For people invested in the Marvel Cinematic Universe, “Black Panther” mixed many African cultures to bring the fictional nation of Wakanda to life in the 2018 film. The ability to teach is not just limited to “kids” movies. “Wonder”, a drama released in 2017, teaches the audience the struggles of growing up with a disability. Each of these offers children from these communities the chance to find validation from people that they look up to.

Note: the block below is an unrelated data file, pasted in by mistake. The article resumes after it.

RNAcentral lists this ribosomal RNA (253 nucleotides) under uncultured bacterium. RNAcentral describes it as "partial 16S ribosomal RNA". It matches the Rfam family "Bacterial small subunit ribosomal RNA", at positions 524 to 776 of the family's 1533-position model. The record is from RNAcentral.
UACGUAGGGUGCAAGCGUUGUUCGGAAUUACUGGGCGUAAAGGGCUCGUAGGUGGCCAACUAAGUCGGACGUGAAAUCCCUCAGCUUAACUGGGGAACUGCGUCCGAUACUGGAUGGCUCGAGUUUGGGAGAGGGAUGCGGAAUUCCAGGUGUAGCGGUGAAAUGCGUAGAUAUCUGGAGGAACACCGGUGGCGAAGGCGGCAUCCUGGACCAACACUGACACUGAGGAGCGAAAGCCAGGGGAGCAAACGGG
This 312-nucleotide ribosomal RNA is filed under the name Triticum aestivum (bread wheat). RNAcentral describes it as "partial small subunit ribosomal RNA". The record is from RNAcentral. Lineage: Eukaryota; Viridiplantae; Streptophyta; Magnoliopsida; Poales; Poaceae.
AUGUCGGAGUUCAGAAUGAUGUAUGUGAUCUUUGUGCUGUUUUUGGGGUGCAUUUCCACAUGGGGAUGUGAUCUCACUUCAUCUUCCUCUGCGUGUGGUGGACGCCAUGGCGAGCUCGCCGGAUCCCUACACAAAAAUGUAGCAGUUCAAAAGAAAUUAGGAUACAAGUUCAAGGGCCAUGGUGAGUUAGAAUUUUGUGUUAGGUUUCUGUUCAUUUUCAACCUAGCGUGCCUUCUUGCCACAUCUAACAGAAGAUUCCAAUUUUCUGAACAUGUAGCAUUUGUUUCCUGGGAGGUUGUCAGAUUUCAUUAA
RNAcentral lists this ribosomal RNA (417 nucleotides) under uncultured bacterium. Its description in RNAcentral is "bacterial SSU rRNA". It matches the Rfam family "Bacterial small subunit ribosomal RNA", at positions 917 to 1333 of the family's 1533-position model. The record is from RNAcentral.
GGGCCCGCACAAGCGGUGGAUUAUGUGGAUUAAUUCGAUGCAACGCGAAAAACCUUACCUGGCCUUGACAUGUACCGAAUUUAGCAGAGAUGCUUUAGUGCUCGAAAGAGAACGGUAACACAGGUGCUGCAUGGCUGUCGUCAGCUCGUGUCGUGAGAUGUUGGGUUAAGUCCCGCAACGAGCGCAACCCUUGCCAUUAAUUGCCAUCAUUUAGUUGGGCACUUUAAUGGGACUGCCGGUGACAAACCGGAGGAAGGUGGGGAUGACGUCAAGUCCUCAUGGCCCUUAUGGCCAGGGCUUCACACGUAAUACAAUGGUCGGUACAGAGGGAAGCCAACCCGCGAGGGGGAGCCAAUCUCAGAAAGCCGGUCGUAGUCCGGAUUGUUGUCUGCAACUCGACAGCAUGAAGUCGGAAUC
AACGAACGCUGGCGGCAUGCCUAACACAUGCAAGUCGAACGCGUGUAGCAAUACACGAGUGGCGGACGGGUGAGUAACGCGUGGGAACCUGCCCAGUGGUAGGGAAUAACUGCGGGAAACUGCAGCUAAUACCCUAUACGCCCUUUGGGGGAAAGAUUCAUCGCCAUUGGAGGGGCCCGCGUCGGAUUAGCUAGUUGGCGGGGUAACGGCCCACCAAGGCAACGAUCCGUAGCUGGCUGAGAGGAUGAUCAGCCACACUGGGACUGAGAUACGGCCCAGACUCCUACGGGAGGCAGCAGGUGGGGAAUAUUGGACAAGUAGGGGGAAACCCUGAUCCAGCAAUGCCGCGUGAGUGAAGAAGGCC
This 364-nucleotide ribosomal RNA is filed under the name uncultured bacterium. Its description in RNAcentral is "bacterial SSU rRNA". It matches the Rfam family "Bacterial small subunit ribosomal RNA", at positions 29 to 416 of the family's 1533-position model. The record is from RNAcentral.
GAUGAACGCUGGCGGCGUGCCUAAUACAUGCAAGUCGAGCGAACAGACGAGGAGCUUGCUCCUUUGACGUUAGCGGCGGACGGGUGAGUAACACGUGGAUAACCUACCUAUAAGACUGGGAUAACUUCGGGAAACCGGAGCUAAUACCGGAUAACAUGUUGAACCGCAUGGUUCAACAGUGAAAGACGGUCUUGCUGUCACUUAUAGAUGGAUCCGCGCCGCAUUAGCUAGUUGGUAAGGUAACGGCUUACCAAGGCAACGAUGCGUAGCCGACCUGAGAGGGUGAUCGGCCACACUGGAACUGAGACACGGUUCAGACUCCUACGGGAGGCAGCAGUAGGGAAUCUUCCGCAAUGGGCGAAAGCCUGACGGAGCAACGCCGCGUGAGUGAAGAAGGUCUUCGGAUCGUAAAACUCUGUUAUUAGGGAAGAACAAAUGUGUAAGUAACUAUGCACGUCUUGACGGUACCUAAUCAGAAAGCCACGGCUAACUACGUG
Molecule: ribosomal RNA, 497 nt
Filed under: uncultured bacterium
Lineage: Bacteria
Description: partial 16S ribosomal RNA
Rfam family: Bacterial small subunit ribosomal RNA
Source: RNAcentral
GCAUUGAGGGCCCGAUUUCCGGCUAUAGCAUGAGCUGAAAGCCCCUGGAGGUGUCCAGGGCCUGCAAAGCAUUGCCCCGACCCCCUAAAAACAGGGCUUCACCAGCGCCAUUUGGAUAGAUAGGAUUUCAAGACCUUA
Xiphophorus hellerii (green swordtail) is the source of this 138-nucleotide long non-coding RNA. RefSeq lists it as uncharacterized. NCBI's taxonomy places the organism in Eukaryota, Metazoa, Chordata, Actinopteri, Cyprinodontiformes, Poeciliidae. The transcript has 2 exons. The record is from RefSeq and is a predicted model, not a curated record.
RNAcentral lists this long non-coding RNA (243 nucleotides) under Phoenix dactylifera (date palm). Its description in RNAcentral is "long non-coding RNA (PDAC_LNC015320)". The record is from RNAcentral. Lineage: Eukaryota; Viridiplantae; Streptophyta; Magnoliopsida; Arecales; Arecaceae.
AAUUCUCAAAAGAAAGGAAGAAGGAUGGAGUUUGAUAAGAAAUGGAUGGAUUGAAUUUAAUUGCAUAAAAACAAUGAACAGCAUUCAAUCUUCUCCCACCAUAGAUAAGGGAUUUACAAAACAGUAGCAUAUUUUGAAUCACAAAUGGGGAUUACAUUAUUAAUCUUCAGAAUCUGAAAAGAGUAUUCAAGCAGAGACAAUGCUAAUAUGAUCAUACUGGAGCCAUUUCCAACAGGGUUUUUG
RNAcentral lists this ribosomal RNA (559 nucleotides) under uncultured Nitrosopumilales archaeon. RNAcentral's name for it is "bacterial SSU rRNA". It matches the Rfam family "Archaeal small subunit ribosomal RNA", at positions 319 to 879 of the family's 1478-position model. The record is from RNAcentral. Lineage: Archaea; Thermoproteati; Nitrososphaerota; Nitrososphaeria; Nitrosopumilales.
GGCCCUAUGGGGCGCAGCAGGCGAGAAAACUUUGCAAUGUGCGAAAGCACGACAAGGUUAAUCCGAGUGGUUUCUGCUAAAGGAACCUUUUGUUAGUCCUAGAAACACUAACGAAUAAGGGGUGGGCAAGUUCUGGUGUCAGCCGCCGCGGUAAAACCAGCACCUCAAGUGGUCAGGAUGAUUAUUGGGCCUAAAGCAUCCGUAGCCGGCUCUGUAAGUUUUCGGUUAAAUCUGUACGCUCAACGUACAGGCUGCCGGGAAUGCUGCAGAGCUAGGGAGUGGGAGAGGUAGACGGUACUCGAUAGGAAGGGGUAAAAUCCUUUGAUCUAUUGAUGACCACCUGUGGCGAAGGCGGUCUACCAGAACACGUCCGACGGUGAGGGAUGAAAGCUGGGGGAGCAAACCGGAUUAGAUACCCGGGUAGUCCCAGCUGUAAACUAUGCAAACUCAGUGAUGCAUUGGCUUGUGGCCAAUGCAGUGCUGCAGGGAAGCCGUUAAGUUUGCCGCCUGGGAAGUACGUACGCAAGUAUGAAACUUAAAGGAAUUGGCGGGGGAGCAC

We still have a long way to go. Diversity does not stop after the historic “firsts” during awards shows run out. Audiences must demand more representation. It is no longer enough to just support these films in theatres. Studies show that even with an increase in revenue, executives are still opposed to producing these films. It is time for minorities to see someone they can relate to on the big screen. It was amazing to see Tom Holland, an actual teenager, play a relatable character. It is time for everyone to have someone as relatable, despite race, gender, sexuality, age, and/or disability/ability. Diversity is not just limited to the screen, it is important to every part of the filmmaking process.